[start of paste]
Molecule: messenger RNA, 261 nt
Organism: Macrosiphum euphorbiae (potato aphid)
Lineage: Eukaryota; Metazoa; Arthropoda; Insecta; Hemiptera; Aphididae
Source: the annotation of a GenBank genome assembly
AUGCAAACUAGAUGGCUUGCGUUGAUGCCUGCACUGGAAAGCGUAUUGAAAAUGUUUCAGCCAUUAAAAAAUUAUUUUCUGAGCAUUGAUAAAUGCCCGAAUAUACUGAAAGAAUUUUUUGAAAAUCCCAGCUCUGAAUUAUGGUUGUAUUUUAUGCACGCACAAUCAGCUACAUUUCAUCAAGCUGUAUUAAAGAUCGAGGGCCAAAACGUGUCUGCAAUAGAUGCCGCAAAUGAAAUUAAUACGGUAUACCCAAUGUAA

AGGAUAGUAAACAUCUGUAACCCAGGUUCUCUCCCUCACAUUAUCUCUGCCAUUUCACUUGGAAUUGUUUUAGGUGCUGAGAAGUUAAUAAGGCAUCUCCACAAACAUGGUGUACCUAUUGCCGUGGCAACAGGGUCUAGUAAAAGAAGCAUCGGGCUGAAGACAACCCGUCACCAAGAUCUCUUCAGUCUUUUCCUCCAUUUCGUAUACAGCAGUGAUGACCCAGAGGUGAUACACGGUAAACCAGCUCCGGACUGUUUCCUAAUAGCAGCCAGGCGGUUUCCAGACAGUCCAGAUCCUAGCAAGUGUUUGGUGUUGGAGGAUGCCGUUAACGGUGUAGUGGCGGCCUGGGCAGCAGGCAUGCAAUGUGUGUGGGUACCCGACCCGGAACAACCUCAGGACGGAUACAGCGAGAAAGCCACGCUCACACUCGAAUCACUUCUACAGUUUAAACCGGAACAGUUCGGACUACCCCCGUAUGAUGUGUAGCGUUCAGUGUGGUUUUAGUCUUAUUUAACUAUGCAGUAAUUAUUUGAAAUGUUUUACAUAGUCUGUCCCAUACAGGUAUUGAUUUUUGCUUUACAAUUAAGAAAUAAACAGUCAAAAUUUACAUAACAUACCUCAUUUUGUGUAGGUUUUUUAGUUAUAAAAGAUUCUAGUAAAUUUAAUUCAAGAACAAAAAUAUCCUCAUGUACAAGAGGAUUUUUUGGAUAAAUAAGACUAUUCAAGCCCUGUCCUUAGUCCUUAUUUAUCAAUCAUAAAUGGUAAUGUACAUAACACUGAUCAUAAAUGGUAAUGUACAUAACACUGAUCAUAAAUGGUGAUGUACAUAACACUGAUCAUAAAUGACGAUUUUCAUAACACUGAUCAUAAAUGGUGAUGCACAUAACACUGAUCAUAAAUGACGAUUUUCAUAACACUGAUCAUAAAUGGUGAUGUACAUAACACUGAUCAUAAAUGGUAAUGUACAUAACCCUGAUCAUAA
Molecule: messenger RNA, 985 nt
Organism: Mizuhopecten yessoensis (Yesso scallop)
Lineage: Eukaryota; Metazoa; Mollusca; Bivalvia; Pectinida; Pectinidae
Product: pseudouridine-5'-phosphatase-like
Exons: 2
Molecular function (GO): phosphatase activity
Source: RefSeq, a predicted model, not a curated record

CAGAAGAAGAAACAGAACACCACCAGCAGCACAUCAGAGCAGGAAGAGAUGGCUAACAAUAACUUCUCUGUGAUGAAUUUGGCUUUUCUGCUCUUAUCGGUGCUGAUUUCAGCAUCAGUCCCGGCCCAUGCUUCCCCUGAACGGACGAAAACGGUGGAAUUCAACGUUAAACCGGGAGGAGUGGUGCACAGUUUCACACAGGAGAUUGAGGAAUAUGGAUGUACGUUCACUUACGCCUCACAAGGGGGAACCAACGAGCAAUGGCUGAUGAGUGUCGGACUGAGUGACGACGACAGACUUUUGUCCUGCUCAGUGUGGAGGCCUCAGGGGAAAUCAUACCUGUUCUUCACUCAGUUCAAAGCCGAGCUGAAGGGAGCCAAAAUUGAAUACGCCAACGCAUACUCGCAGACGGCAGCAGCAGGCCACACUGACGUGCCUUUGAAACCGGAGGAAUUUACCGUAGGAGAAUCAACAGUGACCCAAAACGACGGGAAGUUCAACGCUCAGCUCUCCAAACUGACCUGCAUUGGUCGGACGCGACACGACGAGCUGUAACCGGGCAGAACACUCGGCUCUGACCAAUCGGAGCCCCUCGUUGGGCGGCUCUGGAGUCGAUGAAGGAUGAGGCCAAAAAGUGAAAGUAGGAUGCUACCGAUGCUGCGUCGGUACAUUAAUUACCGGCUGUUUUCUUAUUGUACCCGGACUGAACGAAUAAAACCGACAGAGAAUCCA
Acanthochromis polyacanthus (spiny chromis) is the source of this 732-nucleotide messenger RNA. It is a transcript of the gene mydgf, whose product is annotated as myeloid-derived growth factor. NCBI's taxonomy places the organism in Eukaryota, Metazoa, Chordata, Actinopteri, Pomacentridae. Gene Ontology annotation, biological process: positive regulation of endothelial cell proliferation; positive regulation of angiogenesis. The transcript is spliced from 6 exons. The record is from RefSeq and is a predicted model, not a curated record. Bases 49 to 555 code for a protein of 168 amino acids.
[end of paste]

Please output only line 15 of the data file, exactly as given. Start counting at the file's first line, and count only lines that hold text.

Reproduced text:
Acanthochromis polyacanthus (spiny chromis) is the source of this 732-nucleotide messenger RNA. It is a transcript of the gene mydgf, whose product is annotated as myeloid-derived growth factor. NCBI's taxonomy places the organism in Eukaryota, Metazoa, Chordata, Actinopteri, Pomacentridae. Gene Ontology annotation, biological process: positive regulation of endothelial cell proliferation; positive regulation of angiogenesis. The transcript is spliced from 6 exons. The record is from RefSeq and is a predicted model, not a curated record. Bases 49 to 555 code for a protein of 168 amino acids.